- January 23, 2021
- Posted by: Stephen Azubuike
- Categories: Opinions, Special Feature
Unlike Joseph’s coat of many colours which brought him fortune with time (Genesis 37:3), Bolu Okupe’s status where he came out as gay, displaying a multicolored pair of underpants, has left a sour taste in the mouth of many Nigerians including his dad, Dr. Doyin Okupe (former Special Assistant to President Obasanjo on media and publicity and former Senior Special Assistant to President Jonathan on public affairs).
Bolu holds a Masters Degree in International Management from NEOMA Business School. He currently resides in France, one of the countries that has legally recognized gay rights.
To Bolu’s dad, Dr. Okupe, his son’s status is beyond the physical. He believes the young man, Bolu, must be under the influence of some spiritual manipulations. He hopes that one day, his son will make a u-turn from his current sexual orientation to the “natural” one as contemplated by God originally.
For me I look beyond the surface or the physical. Here I see a major spiritual challenge ahead but I know as my God liveth, this whole saga will end up in Praise to the Almighty Jehova who i serve day and night.
— Doyin (@doyinokupe) January 21, 2021
Same-sex Marriage Prohibition Act (SSMPA)
Dr. Okupe served in the President Jonathan’s administration when Nigeria passed the law criminalizing the activities of LGBTQ. On January 7, 2014, the Same-Sex Marriage (Prohibition) Act (SSMPA) came into force. The SSMPA prohibits same sex marriage, and frowns at cohabitation between persons of the same-sex as sexual partners. It prohibits any “public show of same sex amorous relationship.” The SSMPA prescribes a punishment of 10 to 14 years imprisonment for any person who “registers, operates or participates in gay clubs, societies and organization” or supports the activities of such organizations.
Of course, Bolu is aware of the existence of such law and could not have had the confidence to fly his rainbow flag and flaunt his panties of many colours on Nigerian soil.
The underlying philosophy for legalizing the activities of LGBTQ in some countries of the world centres around human rights; the freedom of people to live freely and explore their preferred sexuality, which arguably does not affect or harm any person in the society. Therefore, the recognition of LGBTQ rights is effectively an extension of fundamental rights recognition and preservation. Thus, if criminal law is all about protection of the public from any form of harm, therefore criminal law should not concern itself with the gay community, whose activities do not harm anyone.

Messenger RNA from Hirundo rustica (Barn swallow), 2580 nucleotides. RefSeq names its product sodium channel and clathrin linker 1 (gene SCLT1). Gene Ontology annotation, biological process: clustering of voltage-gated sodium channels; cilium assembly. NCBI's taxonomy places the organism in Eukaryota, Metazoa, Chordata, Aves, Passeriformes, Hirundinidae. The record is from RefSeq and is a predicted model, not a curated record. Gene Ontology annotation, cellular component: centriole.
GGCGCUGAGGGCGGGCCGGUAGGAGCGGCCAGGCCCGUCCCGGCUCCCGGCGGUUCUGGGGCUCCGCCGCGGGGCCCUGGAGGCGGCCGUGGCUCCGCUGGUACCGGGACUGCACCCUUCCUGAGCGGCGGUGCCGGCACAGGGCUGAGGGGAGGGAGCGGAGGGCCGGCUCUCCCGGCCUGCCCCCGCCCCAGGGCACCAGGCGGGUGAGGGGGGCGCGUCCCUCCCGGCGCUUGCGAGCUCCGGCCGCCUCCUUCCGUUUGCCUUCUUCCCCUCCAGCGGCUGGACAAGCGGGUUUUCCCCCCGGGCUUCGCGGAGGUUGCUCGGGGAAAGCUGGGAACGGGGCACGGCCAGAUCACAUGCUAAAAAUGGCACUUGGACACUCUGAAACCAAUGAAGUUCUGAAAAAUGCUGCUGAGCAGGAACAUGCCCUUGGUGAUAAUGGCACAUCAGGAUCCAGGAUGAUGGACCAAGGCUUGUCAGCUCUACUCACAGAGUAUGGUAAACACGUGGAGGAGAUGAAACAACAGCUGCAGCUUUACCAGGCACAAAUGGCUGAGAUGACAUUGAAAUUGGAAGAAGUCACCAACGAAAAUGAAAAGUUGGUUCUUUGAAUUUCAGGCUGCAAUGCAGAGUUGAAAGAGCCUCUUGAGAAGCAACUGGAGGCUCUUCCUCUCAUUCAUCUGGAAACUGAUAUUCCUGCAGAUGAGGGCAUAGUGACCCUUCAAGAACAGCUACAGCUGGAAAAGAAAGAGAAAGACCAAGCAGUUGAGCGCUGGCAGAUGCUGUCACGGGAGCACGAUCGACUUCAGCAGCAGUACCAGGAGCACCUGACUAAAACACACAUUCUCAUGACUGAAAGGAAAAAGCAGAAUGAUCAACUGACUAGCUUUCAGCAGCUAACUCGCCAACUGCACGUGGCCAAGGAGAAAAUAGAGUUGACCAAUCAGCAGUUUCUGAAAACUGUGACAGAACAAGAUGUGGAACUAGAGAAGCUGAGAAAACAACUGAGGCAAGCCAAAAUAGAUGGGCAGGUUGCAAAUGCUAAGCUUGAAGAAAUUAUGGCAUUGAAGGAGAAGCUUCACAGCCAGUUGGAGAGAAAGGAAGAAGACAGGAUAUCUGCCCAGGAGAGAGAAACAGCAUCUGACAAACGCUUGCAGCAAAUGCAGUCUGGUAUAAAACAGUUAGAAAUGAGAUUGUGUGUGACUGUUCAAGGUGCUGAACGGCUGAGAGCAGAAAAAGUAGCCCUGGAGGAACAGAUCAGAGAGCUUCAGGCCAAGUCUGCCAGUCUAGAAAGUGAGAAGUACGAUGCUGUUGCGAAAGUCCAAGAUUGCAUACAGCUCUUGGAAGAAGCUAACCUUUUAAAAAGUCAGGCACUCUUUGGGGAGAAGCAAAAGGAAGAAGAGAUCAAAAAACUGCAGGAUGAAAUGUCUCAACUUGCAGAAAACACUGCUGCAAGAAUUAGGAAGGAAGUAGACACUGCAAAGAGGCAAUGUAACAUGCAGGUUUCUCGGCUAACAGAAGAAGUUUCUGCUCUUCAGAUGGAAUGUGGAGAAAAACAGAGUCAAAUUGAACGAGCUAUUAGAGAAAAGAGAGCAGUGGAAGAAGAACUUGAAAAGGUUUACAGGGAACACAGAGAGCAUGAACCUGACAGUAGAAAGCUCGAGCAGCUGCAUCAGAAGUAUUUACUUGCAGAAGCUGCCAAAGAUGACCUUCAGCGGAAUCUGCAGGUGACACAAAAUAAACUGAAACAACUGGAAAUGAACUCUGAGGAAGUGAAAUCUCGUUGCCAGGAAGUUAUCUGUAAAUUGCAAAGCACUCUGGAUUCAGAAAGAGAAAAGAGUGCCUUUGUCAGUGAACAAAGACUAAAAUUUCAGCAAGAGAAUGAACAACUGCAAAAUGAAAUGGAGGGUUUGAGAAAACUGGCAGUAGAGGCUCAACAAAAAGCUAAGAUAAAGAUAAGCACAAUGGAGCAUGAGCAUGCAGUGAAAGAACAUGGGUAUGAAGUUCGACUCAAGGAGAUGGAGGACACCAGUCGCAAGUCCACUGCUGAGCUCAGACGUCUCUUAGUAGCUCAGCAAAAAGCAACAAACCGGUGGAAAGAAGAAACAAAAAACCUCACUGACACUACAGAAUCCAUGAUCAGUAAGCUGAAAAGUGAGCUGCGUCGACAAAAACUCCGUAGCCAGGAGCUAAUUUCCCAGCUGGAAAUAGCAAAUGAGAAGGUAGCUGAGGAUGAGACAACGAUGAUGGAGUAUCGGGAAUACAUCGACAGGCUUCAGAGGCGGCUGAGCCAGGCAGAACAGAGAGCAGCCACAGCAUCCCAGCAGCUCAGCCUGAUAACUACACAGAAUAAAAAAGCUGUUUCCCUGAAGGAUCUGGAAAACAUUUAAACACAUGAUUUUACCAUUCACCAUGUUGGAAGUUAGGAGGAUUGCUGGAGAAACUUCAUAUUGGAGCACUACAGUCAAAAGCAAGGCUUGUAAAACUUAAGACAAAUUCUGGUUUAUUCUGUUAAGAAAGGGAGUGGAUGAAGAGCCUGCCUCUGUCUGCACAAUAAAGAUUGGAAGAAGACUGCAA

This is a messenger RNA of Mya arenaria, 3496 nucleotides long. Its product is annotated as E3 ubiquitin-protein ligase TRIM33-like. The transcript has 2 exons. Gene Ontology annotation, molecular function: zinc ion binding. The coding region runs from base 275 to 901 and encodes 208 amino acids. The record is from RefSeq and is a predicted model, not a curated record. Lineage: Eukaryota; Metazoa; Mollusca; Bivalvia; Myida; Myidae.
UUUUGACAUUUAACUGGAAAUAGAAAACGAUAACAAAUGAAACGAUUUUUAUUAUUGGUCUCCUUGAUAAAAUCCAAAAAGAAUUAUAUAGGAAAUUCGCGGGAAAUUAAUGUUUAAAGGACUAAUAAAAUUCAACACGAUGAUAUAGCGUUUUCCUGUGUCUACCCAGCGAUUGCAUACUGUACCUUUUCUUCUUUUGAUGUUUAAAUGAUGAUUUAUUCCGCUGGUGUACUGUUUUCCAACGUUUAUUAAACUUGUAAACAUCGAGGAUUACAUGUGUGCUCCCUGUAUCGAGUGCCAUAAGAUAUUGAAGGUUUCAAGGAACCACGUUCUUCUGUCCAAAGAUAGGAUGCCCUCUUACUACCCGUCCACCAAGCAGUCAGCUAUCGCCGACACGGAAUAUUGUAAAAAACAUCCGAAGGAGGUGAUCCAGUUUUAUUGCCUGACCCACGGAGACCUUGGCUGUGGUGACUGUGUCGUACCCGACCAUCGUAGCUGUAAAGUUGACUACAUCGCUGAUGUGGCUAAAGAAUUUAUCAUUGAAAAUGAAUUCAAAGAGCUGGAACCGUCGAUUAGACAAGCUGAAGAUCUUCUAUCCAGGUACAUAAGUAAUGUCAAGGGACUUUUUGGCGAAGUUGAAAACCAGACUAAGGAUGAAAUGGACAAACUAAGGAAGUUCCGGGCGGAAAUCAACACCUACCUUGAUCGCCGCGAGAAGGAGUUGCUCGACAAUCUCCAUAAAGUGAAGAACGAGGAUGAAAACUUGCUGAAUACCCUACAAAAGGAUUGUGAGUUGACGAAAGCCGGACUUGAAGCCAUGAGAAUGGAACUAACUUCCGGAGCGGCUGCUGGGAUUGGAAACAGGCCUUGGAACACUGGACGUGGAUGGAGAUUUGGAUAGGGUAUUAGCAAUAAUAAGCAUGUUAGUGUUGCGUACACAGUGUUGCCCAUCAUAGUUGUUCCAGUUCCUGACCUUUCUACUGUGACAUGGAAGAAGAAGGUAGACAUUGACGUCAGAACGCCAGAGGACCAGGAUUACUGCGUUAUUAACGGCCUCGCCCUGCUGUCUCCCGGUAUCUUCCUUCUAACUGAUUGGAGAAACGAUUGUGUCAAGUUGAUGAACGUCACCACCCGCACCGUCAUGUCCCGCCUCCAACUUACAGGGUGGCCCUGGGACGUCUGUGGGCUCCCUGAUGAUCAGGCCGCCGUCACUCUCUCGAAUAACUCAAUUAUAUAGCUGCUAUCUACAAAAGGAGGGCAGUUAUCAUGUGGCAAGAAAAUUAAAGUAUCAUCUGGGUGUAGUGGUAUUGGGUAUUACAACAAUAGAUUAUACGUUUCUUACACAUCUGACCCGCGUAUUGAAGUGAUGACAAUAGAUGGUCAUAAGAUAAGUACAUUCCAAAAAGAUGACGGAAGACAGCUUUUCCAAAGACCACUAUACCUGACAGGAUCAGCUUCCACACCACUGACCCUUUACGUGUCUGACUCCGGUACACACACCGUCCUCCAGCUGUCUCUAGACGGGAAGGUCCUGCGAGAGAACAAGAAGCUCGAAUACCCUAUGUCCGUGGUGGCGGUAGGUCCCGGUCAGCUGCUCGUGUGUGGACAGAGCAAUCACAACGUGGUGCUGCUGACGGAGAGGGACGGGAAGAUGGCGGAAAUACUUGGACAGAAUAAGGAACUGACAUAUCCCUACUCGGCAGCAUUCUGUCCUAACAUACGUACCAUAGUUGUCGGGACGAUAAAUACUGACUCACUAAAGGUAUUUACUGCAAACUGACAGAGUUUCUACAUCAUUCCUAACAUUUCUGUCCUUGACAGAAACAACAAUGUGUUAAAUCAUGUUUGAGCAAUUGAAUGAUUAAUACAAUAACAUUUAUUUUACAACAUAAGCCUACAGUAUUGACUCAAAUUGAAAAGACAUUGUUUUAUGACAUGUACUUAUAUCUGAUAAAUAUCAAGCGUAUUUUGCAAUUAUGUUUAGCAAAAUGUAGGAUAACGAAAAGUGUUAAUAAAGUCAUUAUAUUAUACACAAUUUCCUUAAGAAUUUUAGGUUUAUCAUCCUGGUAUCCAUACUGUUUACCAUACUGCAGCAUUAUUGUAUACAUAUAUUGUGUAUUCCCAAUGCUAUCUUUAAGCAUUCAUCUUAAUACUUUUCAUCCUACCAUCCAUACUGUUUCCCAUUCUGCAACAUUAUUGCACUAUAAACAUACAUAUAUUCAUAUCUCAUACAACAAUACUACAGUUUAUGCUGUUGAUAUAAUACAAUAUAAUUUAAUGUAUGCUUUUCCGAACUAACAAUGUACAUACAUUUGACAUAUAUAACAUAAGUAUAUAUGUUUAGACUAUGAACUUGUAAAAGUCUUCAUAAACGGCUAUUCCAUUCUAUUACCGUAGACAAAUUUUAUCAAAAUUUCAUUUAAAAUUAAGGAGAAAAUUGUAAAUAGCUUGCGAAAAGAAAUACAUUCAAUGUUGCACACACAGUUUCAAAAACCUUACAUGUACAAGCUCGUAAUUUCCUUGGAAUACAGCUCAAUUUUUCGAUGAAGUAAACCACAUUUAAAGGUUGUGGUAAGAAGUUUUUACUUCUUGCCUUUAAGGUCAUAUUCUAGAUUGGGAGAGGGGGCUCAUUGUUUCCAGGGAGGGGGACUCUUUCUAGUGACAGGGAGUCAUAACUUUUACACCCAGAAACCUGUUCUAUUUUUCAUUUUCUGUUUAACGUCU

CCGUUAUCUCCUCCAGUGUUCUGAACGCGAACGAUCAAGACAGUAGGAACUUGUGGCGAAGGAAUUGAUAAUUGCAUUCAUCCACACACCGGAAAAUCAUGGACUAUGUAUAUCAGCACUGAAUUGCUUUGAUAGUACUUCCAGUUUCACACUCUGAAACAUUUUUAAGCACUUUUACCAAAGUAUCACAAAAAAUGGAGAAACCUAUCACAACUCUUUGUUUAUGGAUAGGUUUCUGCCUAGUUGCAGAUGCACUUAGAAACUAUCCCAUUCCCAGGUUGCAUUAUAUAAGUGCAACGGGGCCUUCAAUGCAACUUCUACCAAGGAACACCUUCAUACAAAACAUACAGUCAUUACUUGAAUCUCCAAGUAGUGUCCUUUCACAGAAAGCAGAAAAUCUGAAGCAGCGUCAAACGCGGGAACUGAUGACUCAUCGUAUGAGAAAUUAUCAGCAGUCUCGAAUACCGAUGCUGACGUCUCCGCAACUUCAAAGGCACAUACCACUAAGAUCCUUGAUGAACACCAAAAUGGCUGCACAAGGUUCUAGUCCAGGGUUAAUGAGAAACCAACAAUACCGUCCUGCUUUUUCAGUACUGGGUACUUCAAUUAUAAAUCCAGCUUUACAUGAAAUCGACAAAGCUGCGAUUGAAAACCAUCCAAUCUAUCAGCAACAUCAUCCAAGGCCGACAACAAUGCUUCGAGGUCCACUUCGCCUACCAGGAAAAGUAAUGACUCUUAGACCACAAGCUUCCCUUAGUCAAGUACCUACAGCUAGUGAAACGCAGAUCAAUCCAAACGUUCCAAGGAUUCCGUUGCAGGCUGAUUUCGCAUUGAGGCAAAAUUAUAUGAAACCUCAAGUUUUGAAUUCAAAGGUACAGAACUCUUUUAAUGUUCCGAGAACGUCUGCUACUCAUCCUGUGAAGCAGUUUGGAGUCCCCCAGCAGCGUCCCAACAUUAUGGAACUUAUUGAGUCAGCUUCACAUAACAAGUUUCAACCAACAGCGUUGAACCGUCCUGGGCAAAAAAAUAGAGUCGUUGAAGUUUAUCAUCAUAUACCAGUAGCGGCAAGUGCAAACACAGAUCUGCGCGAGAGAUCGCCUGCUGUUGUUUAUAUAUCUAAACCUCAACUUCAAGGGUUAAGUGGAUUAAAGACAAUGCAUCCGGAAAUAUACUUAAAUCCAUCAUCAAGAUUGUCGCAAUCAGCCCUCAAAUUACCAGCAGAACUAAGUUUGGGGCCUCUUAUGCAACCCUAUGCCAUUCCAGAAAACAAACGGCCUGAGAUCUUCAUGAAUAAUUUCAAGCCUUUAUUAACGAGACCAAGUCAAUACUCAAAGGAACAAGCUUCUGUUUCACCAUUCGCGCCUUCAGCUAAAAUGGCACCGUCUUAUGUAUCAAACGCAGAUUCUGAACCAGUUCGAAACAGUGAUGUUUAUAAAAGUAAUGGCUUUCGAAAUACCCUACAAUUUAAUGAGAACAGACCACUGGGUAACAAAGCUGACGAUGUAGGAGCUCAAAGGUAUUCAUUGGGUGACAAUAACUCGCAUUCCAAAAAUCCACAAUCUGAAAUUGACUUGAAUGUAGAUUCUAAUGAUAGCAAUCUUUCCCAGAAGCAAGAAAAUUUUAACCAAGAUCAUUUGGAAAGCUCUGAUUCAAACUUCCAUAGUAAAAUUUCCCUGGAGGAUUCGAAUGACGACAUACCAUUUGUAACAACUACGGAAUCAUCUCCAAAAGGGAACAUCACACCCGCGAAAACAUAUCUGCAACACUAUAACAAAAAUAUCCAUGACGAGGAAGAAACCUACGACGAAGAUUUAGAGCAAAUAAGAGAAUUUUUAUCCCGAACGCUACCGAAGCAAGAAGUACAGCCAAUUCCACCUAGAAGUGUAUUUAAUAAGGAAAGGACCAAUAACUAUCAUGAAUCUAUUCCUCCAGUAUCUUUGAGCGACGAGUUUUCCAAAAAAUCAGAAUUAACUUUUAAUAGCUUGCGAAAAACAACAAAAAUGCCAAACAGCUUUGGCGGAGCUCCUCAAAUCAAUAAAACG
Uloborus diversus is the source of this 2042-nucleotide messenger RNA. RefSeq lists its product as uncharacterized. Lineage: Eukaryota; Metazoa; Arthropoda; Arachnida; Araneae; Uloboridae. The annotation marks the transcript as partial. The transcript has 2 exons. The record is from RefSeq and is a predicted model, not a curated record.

However, those against LGBTQ rights believe that recognizing such rights is taking fundamental rights too far. Their argument is hinged on the origin of the world (according to Biblical texts), when the Lord God made them male and female, to procreate accordingly and fill the earth. The sexual orientation of LGBTQ appears to smack of some unacceptable absurdity. It is believed by some, that by stretching the strong arm of the law forcefully, those under such orientation will be forced to abandon such orientation and become “normal” again.
The argument that the activities of LGBTQ hurts no one is not unassailable. While some members of the LGBTQ community may contend that they are the way they are without choice, there are others who see homosexuality as a trend, which younger people could find fashionable and take up as a lifestyle.
Nigeria has come under heavy criticisms for passing the SSMPA. According to Human Rights Watch:
While existing legislation already criminalizes consensual same-sex conduct in Nigeria, the report found that the SSMPA, in many ways, officially authorizes abuses against LGBT people, effectively making a bad situation worse… The SSMPA contributes significantly to a climate of impunity for crimes committed against LGBT people, including physical and sexual violence.
While violent acts towards members of the LGBTQ camp are condemned, gay people may have to come to terms with the fact that their sexual orientation would not be embraced by everyone, especially not in Nigeria. How easy is it to accept the fact that persons of the same sex desire to get married and adopt children born by couples of opposite sex? Social psychology teaches us that the way and manner some children are brought up could be responsible for breeding future LGBTQs. There are more questions to ask.
It is suggested that the rights of the gay community to exercise their sexual preferences without discrimination or fear of lynching should be respected. However, members of this community may need to be more private about their love life, seeing that they live in a society which is heavily tethered to culture and religion, and simply doesn’t understand them yet, and is not prepared to.
With panties of many colours, young Okupe appears to pose a “spiritual and legal challenge” to his father and Nigerians respectively, but the existence of the SSMPA means that he would have to, like Grammy nominee Burna Boy says, keep it “On the low.”